Apple shares closed at an all-time high Wednesday, the stock’s first record close since January, as investors begin to anticipate the arrival of new iPhones in September and with June quarter financial results just three weeks away.
Apple shares have lagged the market: The stock is up 9% since December, while the S&P 500 has rallied 16%. But the stock has been gaining steam and is on track for a seventh straight day of gains.
On Wednesday, the stock added 1.8% to $144.57, eclipsing its previous record close of $142.70 on Jan. 26. The latest rally has pushed Apple’s market value to $2.4 trillion, about $300 billion above Microsoft’s valuation of $2.1 billion.
Several factors appear to be contributing to the rally. Some analysts have noted that Apple shares tend to outperform in the summer quarter ahead of the company’s annual launch of new iPhones, which is typically in September. While Apple hasn’t said anything yet, the company is widely expected to unveil the iPhone 13 lineup before the end of the September quarter.
Also, analysts are reporting a recent uptick in Apple’s production orders for the new phones, and demand for the iPhone 12 lineup also remains robust. While Apple faces some tough comparisons in the coming quarters given the pandemic-driven surge in demand for both Macs and iPads, bulls sees the strong demand continuing for multiple quarters ahead.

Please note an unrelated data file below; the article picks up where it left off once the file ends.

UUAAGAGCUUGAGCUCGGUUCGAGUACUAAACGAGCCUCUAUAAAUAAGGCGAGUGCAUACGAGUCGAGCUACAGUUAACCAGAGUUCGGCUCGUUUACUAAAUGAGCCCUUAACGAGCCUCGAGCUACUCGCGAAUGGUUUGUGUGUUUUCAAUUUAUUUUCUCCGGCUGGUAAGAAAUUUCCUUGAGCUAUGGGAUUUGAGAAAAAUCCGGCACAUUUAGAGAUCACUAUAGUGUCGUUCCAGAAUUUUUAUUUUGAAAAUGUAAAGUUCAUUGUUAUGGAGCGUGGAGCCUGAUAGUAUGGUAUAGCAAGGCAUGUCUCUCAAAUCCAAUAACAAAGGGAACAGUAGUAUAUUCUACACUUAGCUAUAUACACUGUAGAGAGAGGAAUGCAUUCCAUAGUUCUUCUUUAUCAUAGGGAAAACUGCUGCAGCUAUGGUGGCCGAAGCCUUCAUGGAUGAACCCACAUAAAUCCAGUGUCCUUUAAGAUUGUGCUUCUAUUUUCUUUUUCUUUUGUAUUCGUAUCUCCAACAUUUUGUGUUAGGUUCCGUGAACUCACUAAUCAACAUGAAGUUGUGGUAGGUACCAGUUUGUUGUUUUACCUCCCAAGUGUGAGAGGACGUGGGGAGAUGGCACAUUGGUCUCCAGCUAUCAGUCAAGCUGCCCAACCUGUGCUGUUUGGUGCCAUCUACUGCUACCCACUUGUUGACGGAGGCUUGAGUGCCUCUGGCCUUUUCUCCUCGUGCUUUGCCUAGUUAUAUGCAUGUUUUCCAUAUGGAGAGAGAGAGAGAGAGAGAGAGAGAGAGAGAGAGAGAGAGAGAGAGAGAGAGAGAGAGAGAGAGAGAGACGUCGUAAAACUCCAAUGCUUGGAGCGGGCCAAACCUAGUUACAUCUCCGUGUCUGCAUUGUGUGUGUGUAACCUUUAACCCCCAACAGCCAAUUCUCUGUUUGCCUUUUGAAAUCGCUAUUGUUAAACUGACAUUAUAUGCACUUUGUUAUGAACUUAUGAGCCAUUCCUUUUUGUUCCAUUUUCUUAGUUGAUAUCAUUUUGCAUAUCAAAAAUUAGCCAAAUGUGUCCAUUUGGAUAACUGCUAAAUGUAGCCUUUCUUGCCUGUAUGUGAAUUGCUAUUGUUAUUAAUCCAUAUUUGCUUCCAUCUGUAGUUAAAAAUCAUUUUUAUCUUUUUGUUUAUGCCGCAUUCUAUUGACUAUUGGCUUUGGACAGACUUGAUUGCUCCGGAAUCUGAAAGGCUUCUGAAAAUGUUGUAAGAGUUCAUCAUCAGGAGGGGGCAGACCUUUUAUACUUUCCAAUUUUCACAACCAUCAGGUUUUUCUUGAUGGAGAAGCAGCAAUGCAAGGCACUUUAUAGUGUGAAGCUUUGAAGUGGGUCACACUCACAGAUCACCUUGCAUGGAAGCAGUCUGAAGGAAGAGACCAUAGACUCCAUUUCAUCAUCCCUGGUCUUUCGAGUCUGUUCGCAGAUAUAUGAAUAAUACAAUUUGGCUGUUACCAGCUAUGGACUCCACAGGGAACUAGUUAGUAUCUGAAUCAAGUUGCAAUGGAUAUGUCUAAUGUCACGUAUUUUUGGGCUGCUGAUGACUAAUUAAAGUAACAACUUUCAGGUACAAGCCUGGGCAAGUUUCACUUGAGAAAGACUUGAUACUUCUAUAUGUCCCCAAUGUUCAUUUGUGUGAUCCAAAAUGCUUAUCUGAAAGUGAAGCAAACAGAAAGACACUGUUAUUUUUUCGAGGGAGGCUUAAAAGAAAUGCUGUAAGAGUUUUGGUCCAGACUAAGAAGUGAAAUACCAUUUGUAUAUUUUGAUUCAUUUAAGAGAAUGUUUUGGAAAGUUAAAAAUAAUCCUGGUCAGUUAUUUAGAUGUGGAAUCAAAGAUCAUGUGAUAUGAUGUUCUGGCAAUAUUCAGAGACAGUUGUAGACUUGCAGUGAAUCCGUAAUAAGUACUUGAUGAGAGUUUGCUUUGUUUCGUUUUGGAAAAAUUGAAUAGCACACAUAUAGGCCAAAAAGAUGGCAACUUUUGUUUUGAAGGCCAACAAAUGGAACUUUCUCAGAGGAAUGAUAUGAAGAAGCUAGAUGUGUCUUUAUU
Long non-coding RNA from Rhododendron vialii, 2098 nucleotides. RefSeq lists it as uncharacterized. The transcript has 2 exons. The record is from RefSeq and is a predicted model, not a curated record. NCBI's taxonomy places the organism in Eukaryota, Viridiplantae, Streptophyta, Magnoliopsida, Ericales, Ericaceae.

In the March quarter, the company reported revenue of $89.6 billion, up 54%, driven by 66% growth in iPhone revenues, 27% growth in services, and increases of 70% for Macs and 79% for iPads. Sales were up 88% in China, 35% in the Americas, 49% in Japan and 94% in the rest of Asia.
Apple didn’t provide detailed June quarter guidance but noted that the sequential decline from the March quarter would likely be higher than in prior years due to a later launch date for the iPhone 12 and some impact from component shortages. The company said on its March quarter conference call that revenue would likely be reduced by $3 billion to $4 billion in the June quarter due to supply constraints.